Nevertheless, the government needs to be convinced that building critical road infrastructure that would be used by the carmaker to export is a driver of economic growth and employment.
Adrian Sarbu, owner of Mediafax Group
What’s next for media mogul Adrian Sarbu? Upon submitting his resignation as CEO of Central European Media Enterprises (CME), the firm committed to invest up to USD 3 million in a content business which he wanted to start. His unexpected resignation from CME in August 2013 was swiftly followed by rumors that he may be using the money to launch a new TV format. Will his future lie in TV or will Sarbu settle in better at Mediafax Group, which he is currently running? Earlier this year another rumor emerged that the group, which owns a news agency, several print publications and online platforms, is considering expanding its video department, according to paginademedia.ro data. As for CME, it is considering selling its brands in Romania, including the flagship channel Pro TV, but it may not have heard the last of Sarbu. As one of the largest individual shareholders in the company, his actions could still influence the performance of its shares.
Ludwik Sobolvewski, CEO of the Bucharest Stock Exchange (BSE)
This year has new IPOs in store for the BSE. Three state companies in the energy sector should be listed by summer in Bucharest and London. Although offerings in state companies have proven to be extremely popular among retail clients, Sobolewski wants more shares in these companies trading on the BSE. This involves educating the public about the possible risks and gains associated with investments on the stock exchange.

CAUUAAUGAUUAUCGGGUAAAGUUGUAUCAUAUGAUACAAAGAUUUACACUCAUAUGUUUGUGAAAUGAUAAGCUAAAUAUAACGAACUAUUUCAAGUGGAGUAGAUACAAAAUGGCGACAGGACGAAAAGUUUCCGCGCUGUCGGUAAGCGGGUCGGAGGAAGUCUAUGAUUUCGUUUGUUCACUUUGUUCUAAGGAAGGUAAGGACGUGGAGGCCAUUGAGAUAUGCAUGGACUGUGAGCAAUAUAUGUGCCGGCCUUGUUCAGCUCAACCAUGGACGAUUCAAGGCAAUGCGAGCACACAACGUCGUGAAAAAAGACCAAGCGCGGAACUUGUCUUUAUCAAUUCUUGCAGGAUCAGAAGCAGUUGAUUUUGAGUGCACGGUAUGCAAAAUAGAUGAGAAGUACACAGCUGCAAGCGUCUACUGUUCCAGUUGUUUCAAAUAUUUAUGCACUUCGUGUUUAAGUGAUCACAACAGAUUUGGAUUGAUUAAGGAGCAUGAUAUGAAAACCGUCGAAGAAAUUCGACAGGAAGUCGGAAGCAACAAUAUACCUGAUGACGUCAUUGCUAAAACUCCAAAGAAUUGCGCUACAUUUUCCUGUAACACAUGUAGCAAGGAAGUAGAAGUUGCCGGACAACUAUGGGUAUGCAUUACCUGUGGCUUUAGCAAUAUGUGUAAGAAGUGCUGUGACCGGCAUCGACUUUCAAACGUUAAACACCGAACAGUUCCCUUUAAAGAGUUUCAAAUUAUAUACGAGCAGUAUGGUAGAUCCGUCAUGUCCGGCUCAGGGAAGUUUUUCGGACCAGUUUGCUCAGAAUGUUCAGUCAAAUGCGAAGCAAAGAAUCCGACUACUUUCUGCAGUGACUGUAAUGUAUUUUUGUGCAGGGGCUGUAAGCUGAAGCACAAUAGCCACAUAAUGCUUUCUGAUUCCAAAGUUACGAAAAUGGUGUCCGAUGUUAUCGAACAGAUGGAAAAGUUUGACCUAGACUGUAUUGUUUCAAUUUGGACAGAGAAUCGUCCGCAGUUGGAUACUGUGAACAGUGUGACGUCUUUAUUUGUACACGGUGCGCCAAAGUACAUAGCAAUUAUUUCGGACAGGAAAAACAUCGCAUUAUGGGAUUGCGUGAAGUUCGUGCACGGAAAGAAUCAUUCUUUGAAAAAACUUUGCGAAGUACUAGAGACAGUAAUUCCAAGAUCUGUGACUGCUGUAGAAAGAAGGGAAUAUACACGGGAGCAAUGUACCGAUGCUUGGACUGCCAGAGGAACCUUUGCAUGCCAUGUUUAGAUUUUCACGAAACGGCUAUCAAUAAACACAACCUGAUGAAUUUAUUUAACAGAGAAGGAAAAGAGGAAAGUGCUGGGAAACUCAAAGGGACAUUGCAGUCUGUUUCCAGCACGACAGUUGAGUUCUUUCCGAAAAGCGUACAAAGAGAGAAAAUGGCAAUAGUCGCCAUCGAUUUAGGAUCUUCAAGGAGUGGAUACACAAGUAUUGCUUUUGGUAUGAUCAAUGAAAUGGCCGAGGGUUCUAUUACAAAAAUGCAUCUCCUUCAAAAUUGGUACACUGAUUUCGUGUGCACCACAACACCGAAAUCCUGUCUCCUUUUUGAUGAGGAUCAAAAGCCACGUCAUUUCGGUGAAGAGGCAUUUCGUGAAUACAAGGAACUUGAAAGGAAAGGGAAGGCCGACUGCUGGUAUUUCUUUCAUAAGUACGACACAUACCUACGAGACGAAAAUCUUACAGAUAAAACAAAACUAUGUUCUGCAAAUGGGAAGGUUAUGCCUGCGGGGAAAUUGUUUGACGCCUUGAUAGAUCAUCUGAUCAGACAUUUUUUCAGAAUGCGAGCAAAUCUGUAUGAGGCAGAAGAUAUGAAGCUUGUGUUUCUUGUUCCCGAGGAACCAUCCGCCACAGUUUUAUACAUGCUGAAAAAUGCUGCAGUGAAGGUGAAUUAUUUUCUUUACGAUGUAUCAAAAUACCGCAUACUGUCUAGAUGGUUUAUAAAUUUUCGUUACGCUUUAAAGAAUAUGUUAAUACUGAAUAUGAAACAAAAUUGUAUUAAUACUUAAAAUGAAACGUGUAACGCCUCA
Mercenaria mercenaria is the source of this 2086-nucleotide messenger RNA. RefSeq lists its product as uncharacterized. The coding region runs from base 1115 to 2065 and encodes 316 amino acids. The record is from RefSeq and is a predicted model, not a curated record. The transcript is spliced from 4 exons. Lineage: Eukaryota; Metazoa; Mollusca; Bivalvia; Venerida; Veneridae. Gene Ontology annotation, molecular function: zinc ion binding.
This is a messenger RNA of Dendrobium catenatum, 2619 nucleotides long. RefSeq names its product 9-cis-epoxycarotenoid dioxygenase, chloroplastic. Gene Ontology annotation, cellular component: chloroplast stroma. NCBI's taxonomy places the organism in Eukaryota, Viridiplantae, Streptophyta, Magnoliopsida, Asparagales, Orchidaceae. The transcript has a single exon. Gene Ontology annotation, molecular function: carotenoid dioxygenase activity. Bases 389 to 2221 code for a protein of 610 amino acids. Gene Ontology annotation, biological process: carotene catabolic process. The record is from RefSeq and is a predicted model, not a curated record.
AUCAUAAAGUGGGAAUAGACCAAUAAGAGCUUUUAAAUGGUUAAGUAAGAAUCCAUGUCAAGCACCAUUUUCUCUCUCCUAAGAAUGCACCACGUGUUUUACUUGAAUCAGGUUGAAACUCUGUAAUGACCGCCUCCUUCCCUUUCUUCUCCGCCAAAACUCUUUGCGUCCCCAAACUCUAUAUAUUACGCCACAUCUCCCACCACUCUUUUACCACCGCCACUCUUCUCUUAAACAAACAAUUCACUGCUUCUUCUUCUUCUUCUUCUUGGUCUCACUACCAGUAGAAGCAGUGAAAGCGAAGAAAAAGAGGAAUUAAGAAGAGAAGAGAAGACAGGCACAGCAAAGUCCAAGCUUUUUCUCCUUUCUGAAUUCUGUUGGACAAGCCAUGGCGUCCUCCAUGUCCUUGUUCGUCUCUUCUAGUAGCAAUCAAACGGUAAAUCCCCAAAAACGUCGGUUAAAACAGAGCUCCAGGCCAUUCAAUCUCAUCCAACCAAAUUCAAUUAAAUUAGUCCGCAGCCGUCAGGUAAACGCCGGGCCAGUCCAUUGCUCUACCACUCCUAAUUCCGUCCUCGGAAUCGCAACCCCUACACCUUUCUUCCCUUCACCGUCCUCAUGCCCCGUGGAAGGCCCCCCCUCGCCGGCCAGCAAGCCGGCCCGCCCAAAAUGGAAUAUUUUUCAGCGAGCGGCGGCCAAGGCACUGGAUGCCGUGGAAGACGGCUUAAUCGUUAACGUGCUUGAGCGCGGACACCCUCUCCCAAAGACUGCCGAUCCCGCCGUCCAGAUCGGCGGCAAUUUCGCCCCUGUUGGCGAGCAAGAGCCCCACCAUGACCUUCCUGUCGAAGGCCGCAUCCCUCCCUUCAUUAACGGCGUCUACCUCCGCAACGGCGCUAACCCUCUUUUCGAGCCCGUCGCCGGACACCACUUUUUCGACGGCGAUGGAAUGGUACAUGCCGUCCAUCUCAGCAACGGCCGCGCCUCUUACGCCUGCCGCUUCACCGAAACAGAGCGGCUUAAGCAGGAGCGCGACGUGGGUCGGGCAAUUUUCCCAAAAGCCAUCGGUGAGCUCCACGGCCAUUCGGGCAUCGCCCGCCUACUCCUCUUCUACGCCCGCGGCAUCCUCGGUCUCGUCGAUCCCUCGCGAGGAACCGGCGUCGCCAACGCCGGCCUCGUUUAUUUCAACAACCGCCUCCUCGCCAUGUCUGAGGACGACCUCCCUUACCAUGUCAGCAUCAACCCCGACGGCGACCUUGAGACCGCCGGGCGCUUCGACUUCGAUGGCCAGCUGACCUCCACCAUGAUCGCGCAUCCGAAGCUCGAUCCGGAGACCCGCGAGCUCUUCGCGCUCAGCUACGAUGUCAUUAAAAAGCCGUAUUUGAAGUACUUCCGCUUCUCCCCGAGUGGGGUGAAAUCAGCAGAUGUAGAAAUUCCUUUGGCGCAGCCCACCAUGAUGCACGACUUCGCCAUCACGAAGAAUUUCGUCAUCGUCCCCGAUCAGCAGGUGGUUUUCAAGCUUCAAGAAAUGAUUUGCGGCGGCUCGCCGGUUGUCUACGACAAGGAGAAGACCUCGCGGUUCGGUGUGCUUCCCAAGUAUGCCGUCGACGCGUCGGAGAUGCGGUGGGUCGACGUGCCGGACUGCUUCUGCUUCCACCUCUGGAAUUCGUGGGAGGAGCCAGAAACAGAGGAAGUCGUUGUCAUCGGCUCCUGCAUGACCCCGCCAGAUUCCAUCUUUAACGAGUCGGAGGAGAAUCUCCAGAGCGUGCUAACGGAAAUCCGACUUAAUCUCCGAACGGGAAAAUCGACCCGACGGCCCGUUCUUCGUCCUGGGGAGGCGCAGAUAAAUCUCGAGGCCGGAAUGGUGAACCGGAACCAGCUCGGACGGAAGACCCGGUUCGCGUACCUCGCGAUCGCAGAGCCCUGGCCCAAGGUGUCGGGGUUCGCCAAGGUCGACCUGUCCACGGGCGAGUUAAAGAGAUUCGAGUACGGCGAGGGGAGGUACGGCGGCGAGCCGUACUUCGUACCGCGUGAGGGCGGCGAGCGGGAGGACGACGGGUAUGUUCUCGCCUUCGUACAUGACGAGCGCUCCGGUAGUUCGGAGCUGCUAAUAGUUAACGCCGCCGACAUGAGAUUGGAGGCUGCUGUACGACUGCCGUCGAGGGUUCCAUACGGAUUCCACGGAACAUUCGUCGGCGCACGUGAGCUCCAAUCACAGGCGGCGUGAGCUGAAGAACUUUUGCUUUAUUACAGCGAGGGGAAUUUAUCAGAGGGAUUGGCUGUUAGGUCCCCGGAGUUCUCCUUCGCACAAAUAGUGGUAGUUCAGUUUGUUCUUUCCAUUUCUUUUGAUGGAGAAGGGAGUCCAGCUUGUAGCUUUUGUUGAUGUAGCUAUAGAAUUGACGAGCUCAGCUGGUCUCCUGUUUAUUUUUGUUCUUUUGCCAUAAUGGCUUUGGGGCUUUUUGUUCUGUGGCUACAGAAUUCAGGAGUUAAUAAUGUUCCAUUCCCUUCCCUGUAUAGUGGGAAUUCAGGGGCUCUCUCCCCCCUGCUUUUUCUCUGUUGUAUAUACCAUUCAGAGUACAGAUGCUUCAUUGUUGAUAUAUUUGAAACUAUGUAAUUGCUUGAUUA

Sobolewski may use some of the valuable experience he gained as head of the Warsaw Stock Exchange to woo more local private companies into listing. During his tenure in Poland, he founded a stock enhance platform for SMEs called New Connect, allowing entrepreneurs to secure financing for business development.
Dan Sova, delegate minister of national interest infrastructure projects and foreign investments
Securing financing and completing works on undergoing highway projects are the greatest challenges ahead for the delegate minister of major infrastructure projects in 2014. Only 90 km of highway will be delivered this year, but more will follow in 2015 as some 465 km of highway is presently under construction, Sova told a local TV station earlier this year.
Another challenge is the passing of the new Public Private Partnership (PPP) law, which Sova says will help speed up the construction of road infrastructure, but which president Traian Basescu sent back to Parliament for reexamination in January.
This year will also see the start of construction of the much awaited Comarnic-Brasov highway. The EUR 1.8 billion project is due to be completed in 2017, when the Romanian state will start reimbursing the developers.
Tomas Spurny, CEO, Banca Comerciala Romana (BCR)
Granting loans in the local currency has gained ground in the last two years, in a move pioneered by BCR, the biggest lender in Romania by assets. With a clean balance sheet, following a major restructuring of the business last year that axed jobs and reduced bad loans, Spurny says the bank is ready to finance the real economy.